In other words, Straight Ahead & Pose to Pose are the “Pansters & Planners” of the animation world. For me, I like to work my stories Pose to Pose. I’ll figure out the first and last “frames” right away. I decide where my protagonist is starting, and where he’s ending up. I decide how I want the reader to feel when they close the book. And then I outline like mad. I like to leave some looseness to the outline. “They prepare for their first mission,” which I can then treat as Straight Ahead, making up the little details when I get to the writing phase. This method allows me both control of the story and the benefits of working more loosely.
I like writing the mean ones. It’s fun to “let loose” with a character. There’s a boar flight director named Carrie Anne who wasn’t part of my outline. I always roll my eyes when people say their characters tell them the story, but in this small instance, it was true. Carrie Anne just sort of materialized one day as I was writing a scene. She talks tough, has a sharp wit, and doesn’t let anyone push her around. I don’t know if she’ll fit into the sequel, but it’s constantly in the back of my mind to try and find a place for her.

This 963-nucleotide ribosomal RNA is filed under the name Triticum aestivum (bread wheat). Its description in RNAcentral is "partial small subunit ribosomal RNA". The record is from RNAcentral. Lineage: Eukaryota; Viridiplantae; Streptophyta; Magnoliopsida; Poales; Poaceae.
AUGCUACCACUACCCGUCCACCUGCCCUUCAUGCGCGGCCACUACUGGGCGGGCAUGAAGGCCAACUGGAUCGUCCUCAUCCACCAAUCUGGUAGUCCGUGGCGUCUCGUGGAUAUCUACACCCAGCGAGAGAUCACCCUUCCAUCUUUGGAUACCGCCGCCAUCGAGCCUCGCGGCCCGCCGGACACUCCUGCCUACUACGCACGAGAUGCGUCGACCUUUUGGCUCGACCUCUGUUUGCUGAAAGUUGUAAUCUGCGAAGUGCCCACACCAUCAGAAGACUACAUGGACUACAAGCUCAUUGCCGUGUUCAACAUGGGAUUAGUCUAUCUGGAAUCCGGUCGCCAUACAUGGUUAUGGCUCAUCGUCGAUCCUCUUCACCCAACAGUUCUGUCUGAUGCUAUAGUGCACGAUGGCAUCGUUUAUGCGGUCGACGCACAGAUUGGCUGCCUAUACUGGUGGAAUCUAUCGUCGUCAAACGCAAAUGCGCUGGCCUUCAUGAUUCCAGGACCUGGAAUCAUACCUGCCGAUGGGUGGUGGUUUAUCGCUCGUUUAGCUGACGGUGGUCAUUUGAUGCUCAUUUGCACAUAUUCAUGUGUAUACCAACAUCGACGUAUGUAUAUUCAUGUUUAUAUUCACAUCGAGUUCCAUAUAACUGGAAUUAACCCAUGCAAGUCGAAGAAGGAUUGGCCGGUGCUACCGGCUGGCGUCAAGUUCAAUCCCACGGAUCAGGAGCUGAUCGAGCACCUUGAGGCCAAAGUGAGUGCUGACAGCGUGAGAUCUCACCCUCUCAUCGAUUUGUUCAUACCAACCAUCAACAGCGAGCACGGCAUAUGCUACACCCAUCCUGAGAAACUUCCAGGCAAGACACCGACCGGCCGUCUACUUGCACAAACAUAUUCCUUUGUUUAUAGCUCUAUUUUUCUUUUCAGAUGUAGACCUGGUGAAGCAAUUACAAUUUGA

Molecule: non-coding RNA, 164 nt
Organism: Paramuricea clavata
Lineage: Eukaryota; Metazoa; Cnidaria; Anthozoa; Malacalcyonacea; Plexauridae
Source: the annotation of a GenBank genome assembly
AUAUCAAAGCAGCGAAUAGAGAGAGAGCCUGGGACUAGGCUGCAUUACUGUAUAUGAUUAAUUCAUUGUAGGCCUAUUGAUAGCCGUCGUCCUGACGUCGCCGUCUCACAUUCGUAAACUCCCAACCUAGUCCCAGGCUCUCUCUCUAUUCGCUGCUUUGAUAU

Hearing from the readers. On two separate occasions, I had mothers of autistic children write to tell me how excited their child would get every night when they’d start a chapter. I can’t imagine a more rewarding feeling as a writer than that.
Regarding the future, I’m looking forward to presenting the book. I’ll be speaking at a local school soon and am hoping to set up at some conventions. More than anything, I look forward to meeting readers!
Currently, I am writing Animal Control 2, while also planning out Animal Control 3. It’s been a rush jumping back into the universe – it’s like seeing old friends after a while apart.